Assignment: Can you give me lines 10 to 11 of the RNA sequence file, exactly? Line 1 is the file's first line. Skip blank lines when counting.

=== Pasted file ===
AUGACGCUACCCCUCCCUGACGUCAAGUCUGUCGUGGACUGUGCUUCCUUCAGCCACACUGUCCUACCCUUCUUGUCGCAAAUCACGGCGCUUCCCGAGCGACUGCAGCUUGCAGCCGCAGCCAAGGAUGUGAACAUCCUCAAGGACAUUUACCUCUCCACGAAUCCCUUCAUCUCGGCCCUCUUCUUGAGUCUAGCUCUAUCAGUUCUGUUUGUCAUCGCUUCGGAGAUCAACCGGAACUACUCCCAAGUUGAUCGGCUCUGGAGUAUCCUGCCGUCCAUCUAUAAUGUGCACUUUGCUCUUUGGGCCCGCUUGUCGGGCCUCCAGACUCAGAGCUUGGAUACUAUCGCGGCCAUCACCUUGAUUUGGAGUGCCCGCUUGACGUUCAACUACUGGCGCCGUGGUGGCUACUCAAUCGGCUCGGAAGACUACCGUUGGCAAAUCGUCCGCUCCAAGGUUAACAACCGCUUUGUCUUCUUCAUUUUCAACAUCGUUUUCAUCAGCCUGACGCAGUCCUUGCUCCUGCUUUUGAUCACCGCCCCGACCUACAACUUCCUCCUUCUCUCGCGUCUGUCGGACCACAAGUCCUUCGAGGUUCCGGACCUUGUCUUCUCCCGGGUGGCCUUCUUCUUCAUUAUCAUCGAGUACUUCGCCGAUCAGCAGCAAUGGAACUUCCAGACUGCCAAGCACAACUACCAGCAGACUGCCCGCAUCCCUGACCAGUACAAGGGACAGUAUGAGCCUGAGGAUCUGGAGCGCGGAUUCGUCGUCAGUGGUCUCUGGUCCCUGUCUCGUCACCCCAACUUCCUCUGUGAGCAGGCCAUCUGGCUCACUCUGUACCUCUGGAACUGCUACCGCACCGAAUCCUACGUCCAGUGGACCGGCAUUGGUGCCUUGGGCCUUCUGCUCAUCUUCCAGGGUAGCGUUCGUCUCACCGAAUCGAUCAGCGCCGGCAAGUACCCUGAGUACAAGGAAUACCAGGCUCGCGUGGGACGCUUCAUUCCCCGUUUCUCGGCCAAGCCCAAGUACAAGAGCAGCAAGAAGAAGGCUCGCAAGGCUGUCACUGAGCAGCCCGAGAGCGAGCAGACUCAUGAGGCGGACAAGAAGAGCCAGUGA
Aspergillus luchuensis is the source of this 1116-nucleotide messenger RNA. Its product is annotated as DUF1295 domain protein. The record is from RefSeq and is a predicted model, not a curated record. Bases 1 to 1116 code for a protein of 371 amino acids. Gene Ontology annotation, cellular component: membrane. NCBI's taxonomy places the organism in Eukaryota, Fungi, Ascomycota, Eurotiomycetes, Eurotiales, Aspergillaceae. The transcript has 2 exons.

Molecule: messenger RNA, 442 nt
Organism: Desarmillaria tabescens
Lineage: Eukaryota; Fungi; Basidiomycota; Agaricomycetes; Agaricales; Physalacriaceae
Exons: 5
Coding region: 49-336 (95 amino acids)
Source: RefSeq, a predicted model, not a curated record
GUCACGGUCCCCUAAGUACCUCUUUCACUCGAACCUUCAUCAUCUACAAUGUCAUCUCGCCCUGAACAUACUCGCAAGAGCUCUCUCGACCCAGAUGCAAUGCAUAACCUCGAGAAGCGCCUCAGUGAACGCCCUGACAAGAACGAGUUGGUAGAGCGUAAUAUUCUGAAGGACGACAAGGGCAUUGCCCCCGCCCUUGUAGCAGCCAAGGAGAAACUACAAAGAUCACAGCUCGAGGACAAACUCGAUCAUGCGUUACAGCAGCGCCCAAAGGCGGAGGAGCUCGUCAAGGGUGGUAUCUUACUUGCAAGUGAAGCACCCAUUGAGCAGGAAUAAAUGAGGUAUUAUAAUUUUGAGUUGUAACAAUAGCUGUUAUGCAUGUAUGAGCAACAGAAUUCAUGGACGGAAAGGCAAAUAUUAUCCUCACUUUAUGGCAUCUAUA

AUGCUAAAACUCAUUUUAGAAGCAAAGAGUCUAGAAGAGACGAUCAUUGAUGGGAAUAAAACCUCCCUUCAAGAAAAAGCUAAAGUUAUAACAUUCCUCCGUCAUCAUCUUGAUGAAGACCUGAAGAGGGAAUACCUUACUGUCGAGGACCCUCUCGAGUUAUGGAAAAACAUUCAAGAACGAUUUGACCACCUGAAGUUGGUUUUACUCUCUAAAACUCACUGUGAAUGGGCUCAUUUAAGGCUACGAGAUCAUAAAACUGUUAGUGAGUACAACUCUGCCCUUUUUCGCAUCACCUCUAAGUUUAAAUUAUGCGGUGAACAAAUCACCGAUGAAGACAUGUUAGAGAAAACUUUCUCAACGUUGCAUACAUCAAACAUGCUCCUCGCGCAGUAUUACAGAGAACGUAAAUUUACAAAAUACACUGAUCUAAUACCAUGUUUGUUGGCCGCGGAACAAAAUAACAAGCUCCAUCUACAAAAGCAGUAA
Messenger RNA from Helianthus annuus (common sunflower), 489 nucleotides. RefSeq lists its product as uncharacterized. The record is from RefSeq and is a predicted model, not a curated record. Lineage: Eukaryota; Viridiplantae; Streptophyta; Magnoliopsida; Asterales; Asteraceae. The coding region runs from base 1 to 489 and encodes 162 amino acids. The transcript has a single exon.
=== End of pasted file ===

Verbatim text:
AUGCUAAAACUCAUUUUAGAAGCAAAGAGUCUAGAAGAGACGAUCAUUGAUGGGAAUAAAACCUCCCUUCAAGAAAAAGCUAAAGUUAUAACAUUCCUCCGUCAUCAUCUUGAUGAAGACCUGAAGAGGGAAUACCUUACUGUCGAGGACCCUCUCGAGUUAUGGAAAAACAUUCAAGAACGAUUUGACCACCUGAAGUUGGUUUUACUCUCUAAAACUCACUGUGAAUGGGCUCAUUUAAGGCUACGAGAUCAUAAAACUGUUAGUGAGUACAACUCUGCCCUUUUUCGCAUCACCUCUAAGUUUAAAUUAUGCGGUGAACAAAUCACCGAUGAAGACAUGUUAGAGAAAACUUUCUCAACGUUGCAUACAUCAAACAUGCUCCUCGCGCAGUAUUACAGAGAACGUAAAUUUACAAAAUACACUGAUCUAAUACCAUGUUUGUUGGCCGCGGAACAAAAUAACAAGCUCCAUCUACAAAAGCAGUAA
Messenger RNA from Helianthus annuus (common sunflower), 489 nucleotides. RefSeq lists its product as uncharacterized. The record is from RefSeq and is a predicted model, not a curated record. Lineage: Eukaryota; Viridiplantae; Streptophyta; Magnoliopsida; Asterales; Asteraceae. The coding region runs from base 1 to 489 and encodes 162 amino acids. The transcript has a single exon.